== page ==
Biophysical Society Bulletin | October 2020

Biophysicist in Profile

BradleyWebb Areas of Research Cell biology and biochemistry of metabolic enzymes

Institution West Virginia University


Bradley Webb , assistant professor in the Department of Biochemistry at West Virginia University, says he “kind of fell into science as a career.” Growing up in Alberta, Canada, he gained a love of science and nature from his mom, and inherited analytical and mechanical skills from his dad. “My mom got me my first microscope when I was about seven, a small light microscope from Sears. I still have it and it sits in my office. The cell is beautiful and I’ve always loved imaging sessions,” he shares. “This, coupled with my desire to understand how the machines in our cells work on a molecular level, has driven my research to this day.

Bradley Webb

Chemistry and biology were Bradley Webb ’s best subjects in high school, so he decided to study biochemistry in university. He enrolled in the University of Calgary and studied there for a year before transferring to Queen’s University in Kingston, Ontario. “When I entered university, I had no idea that people got paid to answer questions for a living. I originally intended to go to medical school and become an MD. However, I decided that being an MD wasn’t what I wanted out of my career,” he shares. “Part of the reason for my change of heart was that I was diagnosed with a high-frequency hearing loss in my third year of university and wanted to learn more about what causes diseases on a molecular level.” At that time, he was working on his undergraduate research project in the lab of Charlie Boone (now at the University of Toronto), and found that he really enjoyed doing research. He decided he wanted to pursue a research career. “I approached a faculty member, Alan Mak , whose lectures I really enjoyed and who had an entirely different way of seeing the world, and I convinced him to take me on as a graduate student. The rest is history,” he says. Mak was part of a group that established a protein function discovery center at Queen’s University that had an isother- mal titration calorimeter, an analytical ultracentrifuge, and a biacore, allowing students to biophysically characterize their proteins of interest. Another professor at Queen’s, Michael Nesheim , taught a biophysics graduate course that allowed students hands-on practice with biophysical techniques. “I was very fortunate to be able to get intellectual guidance from both Mak and Nesheim and hands-on access to expensive equip- ment to learn how to use it,” Webb shares. “My overwhelmingly positive experience sparked my interest in biophysics and made me realize the importance of building a ‘toolbox’ of techniques that I can use throughout my career.”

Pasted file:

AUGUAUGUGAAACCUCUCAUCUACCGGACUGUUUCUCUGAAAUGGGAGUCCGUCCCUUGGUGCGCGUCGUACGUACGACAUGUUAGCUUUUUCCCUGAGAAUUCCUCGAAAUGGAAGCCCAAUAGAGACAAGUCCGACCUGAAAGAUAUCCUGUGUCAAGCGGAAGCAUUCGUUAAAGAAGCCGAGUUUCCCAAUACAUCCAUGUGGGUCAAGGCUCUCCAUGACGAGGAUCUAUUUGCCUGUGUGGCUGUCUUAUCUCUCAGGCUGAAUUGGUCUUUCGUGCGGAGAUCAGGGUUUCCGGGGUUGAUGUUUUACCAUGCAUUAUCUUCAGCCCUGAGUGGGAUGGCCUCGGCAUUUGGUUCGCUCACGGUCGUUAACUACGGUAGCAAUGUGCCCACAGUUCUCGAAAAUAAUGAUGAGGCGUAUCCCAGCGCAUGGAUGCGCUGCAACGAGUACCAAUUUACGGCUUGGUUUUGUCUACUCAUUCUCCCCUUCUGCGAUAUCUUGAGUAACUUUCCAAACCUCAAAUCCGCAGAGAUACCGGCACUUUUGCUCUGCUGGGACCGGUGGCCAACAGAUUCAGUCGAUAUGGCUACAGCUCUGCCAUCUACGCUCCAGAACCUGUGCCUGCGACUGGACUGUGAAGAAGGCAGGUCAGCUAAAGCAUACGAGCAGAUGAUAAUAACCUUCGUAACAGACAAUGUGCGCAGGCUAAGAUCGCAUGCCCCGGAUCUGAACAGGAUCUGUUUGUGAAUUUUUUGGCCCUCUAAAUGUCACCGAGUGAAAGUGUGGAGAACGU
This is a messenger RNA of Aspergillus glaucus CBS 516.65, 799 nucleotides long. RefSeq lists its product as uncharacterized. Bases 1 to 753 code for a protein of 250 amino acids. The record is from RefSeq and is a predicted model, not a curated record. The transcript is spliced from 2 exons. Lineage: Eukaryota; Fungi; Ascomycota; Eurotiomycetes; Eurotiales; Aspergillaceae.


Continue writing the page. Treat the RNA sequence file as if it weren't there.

After earning his PhD in biochemistry in 2006, Webb took about nine months off to backpack around Australia and visit his family, then joined Diane Barber’s lab at the University of California, San Francisco, having met her at a conference where he was presenting his graduate research. “Dr. Barber is a pio- neer in developing the field studying how changes in intracellu- lar pH (pHi) impact cell physiology and pathology. Her research is multidisciplinary, highly collaborative research, which aims to achieve atomic-level mechanistic insight into how pHi regulates cell behaviors. I was drawn to the idea that a proton could act as a post-translational modification. My research in Barber’s lab focused on how pHi can regulate pH sensors, proteins with activity or ligand binding that are regulated by physiological changes in pHi. My postdoc career focused on identifying novel pH sensors and designing genetically encoded biosensors for measuring changes in pHi,” he explains. “For example, phos- phofrucokinase-1 (PFK1) can go from completely inhibited to completed activated by changing pH 0.2 units due to proton- ation of a single histidine residue. One of the limitations of studying protonation as a post-translational modification is that we need to have atomic level structures of the molecules to allow us to identify the mechanism of regulation. PFK1 at the time did not have a high resolution biologically relevant crystal structure.” Webb’s group was able to determine the first biologically relevant structure in collaboration with Liang Tong’s group at Columbia University and the Northeast Structural Genomics Consortium. “Brad has two attributes that contribute to his past success and his future promise,” Barber shares. “First, he thinks broadly about cell biology, enabled by his interdisciplinary expertise from protein structure and biochemistry, to cell signaling, to cancer behaviors. Second, he is experimentally fearless, and tackles new approaches and methods without trepidation with the goal of how best to address a question.”

October 2020



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